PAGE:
2. Calculate the weights of all segments and define the centre of gravity (CG) of each segment.
3. Assume the horizontal thrust, HT’ and start the funicular diagram by tracing the resultant forces from HT’ to the various CGs. This will define an assumed line of thrust (LT’).
4. Once the first diagram with the assumed line of thrust is obtained, redo the diagram with the actual thrust (T) passing through the pivot of stability (I) and the exit point on the springer of the arch.
5. Redraw on the funicular diagram the resultant forces by joining HT and the various weights. This will define a new diagram which shows now the actual forces in the arch.
6. Transfer all the resultant forces of the actual funicular diagram onto the section of the arch. This will define the actual line of thrust, LT.
7. The line of thrust should remain within the middle third. In the example showed below, the arch is not stable and it will collapse because it is too thin.


This method has been especially developed for designing and building vaults without centrings (See Free Spanning technique). Nevertheless, the section of this optimal arch can also be used for building domes without centrings. Note that this method can be applied for building an arch only if the latter is built separate from a building and not integrated in a wall. If an arch has to be built in a wall, it does not need to be studied with this optimisation method.

This method combines the Catenary and Funicular methods for defining the optimal section of a desired arch. The lightest arch, which has the line of thrust within the middle third, will be the optimal section. An arch always induces a thrust, and the lighter the arch is the less the thrust is.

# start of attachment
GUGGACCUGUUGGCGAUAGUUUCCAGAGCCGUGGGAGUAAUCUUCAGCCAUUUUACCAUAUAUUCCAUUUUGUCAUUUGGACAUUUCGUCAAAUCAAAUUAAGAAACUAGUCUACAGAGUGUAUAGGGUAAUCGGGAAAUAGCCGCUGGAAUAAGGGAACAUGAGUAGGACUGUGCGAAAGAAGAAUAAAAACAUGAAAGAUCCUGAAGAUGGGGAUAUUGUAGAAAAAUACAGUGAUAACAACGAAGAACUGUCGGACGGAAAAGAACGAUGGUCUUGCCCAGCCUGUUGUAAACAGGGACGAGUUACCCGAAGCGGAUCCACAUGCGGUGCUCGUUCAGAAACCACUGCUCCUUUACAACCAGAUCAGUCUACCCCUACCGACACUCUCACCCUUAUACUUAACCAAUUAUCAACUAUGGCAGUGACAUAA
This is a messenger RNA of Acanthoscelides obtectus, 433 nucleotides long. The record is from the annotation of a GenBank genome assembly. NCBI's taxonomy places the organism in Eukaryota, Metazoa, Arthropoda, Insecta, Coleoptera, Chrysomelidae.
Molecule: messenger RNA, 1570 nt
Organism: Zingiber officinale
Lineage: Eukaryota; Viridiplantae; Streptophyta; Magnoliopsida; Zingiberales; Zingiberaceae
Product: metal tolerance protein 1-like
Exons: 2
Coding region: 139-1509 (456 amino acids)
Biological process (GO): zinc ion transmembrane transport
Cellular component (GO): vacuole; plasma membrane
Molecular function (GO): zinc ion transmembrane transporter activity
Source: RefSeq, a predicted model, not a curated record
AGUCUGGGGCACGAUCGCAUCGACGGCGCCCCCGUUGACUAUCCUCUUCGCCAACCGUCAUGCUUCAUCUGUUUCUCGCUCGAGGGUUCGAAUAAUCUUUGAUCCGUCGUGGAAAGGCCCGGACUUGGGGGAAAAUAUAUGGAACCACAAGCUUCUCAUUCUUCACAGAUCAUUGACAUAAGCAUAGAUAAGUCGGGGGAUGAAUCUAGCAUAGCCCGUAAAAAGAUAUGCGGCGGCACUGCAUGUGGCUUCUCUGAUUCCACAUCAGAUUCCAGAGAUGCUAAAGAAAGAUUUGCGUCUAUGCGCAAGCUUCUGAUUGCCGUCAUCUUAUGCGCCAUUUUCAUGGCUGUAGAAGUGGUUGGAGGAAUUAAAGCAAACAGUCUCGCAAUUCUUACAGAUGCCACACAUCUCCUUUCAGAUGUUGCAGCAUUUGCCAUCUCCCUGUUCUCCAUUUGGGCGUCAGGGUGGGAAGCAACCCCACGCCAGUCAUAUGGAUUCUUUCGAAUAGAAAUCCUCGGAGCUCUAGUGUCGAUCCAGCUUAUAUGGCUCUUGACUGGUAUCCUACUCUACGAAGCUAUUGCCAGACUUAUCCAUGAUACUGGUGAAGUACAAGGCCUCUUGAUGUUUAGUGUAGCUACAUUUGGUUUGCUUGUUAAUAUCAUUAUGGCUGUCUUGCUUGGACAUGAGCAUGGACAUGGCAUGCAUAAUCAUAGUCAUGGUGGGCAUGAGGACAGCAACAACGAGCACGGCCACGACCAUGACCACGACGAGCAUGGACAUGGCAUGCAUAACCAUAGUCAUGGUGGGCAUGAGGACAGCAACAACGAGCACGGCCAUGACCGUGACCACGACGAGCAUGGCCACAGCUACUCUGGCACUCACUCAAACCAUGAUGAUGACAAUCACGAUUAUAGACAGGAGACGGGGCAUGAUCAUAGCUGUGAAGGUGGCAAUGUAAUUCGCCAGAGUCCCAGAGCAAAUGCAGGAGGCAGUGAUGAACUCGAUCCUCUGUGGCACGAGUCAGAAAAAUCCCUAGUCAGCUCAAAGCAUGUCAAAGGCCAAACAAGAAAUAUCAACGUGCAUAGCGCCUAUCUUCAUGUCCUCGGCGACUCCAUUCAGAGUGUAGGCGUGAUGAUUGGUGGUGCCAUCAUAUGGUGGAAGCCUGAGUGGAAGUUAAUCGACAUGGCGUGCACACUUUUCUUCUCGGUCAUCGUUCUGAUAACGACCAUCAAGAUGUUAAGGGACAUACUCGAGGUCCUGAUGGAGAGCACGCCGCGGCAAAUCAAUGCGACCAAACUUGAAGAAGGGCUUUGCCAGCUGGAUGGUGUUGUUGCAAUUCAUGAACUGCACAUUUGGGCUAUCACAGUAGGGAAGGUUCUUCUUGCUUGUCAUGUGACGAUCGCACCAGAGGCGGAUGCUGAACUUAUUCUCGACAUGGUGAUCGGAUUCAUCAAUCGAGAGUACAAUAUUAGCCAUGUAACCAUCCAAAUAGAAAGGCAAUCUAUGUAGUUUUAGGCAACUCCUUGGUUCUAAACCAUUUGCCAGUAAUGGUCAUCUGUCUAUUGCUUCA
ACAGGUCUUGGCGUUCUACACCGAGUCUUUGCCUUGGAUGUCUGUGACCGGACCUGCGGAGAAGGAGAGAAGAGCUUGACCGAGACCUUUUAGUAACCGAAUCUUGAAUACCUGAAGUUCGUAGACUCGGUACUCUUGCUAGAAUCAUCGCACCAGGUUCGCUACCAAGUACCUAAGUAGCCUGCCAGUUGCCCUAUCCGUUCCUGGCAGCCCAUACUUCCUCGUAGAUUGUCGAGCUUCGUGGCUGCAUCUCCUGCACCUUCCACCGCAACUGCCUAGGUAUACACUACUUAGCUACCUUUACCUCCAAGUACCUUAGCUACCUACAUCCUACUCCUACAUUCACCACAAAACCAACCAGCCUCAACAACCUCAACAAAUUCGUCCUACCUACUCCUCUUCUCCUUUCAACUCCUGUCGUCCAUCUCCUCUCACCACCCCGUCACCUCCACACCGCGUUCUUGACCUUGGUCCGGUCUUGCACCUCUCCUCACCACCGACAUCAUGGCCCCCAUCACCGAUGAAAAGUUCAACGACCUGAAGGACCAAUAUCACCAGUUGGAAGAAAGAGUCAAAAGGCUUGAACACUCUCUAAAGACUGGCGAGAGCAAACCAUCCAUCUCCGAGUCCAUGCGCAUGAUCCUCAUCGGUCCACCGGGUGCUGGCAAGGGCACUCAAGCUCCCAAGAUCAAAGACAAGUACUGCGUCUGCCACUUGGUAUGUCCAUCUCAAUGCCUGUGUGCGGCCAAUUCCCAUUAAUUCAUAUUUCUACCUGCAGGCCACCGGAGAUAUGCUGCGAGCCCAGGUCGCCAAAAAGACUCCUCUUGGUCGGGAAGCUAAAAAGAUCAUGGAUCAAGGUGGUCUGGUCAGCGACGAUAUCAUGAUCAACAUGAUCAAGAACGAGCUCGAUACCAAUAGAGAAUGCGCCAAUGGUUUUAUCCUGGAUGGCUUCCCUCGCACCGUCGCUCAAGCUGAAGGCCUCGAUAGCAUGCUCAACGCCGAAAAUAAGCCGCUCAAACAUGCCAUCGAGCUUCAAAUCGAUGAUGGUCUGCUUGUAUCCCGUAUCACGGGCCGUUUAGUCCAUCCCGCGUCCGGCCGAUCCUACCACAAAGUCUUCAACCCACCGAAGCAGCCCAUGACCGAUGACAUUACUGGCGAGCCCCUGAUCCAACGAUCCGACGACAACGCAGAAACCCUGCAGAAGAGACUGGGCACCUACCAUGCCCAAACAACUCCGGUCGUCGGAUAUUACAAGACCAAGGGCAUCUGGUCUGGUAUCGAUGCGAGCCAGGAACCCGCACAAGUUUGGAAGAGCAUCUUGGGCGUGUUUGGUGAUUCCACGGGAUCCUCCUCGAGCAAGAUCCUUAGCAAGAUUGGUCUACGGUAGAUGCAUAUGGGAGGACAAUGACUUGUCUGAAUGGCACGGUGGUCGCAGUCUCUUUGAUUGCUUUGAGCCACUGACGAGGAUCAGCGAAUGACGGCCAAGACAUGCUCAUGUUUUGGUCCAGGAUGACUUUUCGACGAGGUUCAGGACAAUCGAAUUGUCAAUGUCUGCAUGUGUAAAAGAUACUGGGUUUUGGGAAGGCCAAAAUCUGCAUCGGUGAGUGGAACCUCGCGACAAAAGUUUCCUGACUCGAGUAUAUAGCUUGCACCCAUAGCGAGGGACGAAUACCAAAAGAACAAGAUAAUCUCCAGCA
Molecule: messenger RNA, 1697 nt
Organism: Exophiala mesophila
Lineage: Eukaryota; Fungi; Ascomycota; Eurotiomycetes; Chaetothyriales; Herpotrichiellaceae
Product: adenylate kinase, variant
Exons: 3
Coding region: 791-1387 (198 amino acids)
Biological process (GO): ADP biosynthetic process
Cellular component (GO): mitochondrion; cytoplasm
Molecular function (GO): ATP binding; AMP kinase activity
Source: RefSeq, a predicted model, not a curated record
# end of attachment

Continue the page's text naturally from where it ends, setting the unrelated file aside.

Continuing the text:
Note that the reduction of the horizontal thrust can also be a way to optimise the arch, but it will often induce extra weight due to the load needed on the haunches. Therefore, the arch becoming heavier will exert more thrust, though its horizontal component has been reduced. As the reduction of the horizontal thrust is detrimental to the weight and overall thrust, it is preferable to concentrate on the lightness of the arch.

The section of the desired arch is drawn reversed at a scale fitting on the study board, and is stuck on it. A chain, which has the length of the centre line of the arch, is hung freely on the board and will assume the curve of a catenary. It is then loaded with other small chains, according to the Catenary method. These various loads will bring the line of thrust within the middle third of the arch.

The number of links of the chain and the various loads applied on it are converted into weights. These are then materialised as masonry by segments of varying thickness.

The smallest thickness near the apex has to be defined. The study will give, after several adjustments, the ideal section so as to obtain the lightest arch, according to its span and shape. Once the lightest arch has been obtained with the Funicular method, the masonry pattern can be determined.

This method starts with the same process as the Catenary method. It integrates also the Funicular method and other particular studies. The various steps for this method are too detailed and therefore we can only illustrate here only the main steps with a few graphics.

1. Draw one half of the arch at the largest possible scale and divide it into short and preferably equal segments. Reverse the drawing on the board for the chain study.
2. Hang the chain which fits the length of the arch centreline and load the chain symmetrically with weights so as to get the chain in the middle third of the arch. Reference all segments.
3. Select the minimum thickness for the top of the arch. This minimum thickness will depend on the block size available.
4. Start the Funicular method as described above. This study is done with all the new measurements and weights obtained from the chain study for every segment.
5. After a few adjustments of the segments’ thickness the funicular diagram will work with an extrados having steps.
6. Smoothen the extrados and redo the funicular diagram until the arch becomes stable.
7. Determine up to which height the vault, which is created with this arch section, can be built with horizontal courses. For that moments have to be calculated.